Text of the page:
The future of foodservices dominates at Hotelex Shanghai 2014

Charlotte Middlehurst reports from one of Asia’s largest hospitality expos

Shanghai’s HOTELEX expo is back for its 22nd year, attracting a record-breaking number of international exhibitors from the hospitality industry. The fair’s overseas exhibition area has grown to over 10,000 sq m, an increase of 42% from last year, in order to accommodate 1,500 exhibitors – the largest number in the show’s history.

Held at the Shanghai New International Expo Centre, the four-day event stretches over a whopping 140,000m², or 14 halls. Two extra outside halls have been added to contain this year’s footfall. The total number of visitors has not yet been counted but organisers expect it to exceed 80,000, the number who flocked last year.

Despite the recent severe cutbacks in China’s fine-dining sector, the mood on the floor was one of growth and optimism. Hotelex, a close partner of FCSI consultants since 2011, is expanding this year. When asked about plans to develop in second or third-tier cities in China, director of hotel and food division, Lu Meng Xiong said: “Our exhibition will not be limited to Shanghai, we plan to set foot in Chengdu, which is called the heaven country, this year. Using this professional exhibition as a platform we will develop the hotel and restaurant businesses into a higher level all over China.”

Visitors included around 500 international hotel mangers from high-end brands, such as InterContinental, Marriott and Sherwood; plus key figures from the domestic Chinese sector, such as Chengmei Hong, deputy director of Shanghai Municipal Tourism Bureau and officials from the China Tourism Hotel Association.

Leading the forum events were FCSI partners Toni Clarke, FCSI’s Asia Pacific division chair and world wide board director; and Clara Pi, FCSI,  Asia Pacific division’s former chair and director. Their lively talks centered on developing strategies to overcome the economic downturn in HORECA industry (hotel, restaurant, café), and centralised food production, respectively.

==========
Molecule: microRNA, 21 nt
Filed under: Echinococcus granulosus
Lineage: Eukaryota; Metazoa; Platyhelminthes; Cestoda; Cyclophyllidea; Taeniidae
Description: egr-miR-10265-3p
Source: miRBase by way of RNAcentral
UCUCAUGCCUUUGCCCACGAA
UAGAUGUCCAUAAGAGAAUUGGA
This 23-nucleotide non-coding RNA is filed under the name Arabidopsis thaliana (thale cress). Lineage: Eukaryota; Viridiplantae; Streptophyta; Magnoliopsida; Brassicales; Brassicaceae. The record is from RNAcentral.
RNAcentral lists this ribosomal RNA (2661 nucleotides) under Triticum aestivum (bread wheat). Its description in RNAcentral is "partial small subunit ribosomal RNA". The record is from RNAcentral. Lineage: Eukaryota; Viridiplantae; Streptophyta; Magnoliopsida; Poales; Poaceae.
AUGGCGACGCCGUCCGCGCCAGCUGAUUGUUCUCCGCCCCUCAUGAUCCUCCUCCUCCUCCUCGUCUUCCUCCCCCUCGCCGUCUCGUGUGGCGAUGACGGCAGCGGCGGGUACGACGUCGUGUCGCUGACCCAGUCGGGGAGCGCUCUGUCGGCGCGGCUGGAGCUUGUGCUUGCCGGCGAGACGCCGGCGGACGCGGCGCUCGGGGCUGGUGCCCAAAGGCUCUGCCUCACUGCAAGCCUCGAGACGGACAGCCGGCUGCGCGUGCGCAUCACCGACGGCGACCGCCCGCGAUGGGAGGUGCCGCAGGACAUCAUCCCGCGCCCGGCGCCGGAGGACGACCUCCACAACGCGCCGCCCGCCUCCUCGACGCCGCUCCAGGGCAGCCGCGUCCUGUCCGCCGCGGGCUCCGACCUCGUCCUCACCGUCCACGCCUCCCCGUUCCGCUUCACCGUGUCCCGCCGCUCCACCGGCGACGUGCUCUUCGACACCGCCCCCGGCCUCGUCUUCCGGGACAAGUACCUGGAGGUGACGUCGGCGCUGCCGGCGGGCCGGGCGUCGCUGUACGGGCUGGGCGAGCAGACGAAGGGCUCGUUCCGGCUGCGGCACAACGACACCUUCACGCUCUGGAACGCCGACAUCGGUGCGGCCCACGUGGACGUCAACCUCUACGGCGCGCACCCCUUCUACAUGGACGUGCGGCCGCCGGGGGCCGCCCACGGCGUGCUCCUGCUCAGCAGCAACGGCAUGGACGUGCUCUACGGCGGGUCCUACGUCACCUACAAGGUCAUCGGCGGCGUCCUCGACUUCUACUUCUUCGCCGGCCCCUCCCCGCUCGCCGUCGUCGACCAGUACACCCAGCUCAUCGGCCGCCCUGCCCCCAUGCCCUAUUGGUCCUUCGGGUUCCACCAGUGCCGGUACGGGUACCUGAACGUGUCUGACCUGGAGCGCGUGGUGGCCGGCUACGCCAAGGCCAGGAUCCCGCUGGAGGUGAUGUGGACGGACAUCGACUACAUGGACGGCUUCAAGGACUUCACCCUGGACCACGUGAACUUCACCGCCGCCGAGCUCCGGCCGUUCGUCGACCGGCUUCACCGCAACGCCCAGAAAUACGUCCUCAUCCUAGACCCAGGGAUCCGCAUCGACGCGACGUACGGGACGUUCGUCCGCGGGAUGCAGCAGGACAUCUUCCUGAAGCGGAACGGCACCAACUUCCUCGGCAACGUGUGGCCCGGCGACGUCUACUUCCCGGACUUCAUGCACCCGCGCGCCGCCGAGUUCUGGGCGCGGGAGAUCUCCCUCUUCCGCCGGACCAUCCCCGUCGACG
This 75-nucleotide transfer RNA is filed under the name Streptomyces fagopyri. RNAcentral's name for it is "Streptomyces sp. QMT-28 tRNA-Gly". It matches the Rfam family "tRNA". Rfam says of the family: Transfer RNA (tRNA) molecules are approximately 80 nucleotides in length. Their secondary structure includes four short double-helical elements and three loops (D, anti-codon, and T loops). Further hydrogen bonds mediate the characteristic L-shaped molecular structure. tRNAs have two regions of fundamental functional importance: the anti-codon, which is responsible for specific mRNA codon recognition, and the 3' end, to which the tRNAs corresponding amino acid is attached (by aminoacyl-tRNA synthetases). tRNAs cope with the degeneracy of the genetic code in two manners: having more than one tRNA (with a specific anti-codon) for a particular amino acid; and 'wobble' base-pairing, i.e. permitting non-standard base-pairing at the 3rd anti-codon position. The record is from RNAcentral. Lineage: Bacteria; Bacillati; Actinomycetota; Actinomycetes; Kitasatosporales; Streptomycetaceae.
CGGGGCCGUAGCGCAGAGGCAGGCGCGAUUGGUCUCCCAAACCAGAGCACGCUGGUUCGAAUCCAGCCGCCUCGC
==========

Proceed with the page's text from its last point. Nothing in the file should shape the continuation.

Dealing with the downturn

Talk of the downturn in China’s high-end dining sector brought on by government limitations placed on corporate expenditure loomed large. In order to combat the effects Clarke advised learning lessons from the 2008 global financial crisis, which impacted the corporate sector in the West. “Managing a process of change delivers some of the biggest challenges in hospitality, the more used to change the organization is, the more flexible it will be in the economic downturn,” she said.

David Ng, CEO of Zhongqiang International F&B Alliance echoed the need to adapt in his talk on how foodservice chain operations can overcome recession.


The second big theme of this year’s conference was sustainability, innovation and green concepts. Organisers predicted a new round of competitiveness focusing on low-carbon management ideas within the hospitality industry. Richard Young, director of education at the America’s Food Service Technology Centre spoke of the benefits of sustainable practice for consultants.


This year’s show expanded into new territory by launching two brand new sectors, Bakery and Ice Cream and That’s Spirits Live Show. It also saw the return of themed sections on catering equipment, tableware, textile, appliances and amenities, IT and security, fitness and leisure, food and beverage, coffee and tea.

The new programme included live competitions and awards ceremonies. The12th China Barista Championship authorised by the World Barista Championship, showcased the cream of China’s coffee professionals. Meanwhile the China Bakery Master Championship featured over 100 contenders and their sugary masterpieces. For the list of winners and details of the China Latte Art Championship, 2014 China Gelato Championship and China Master Bartender Competition see after the festival has finished.

Charlotte Middlehurst

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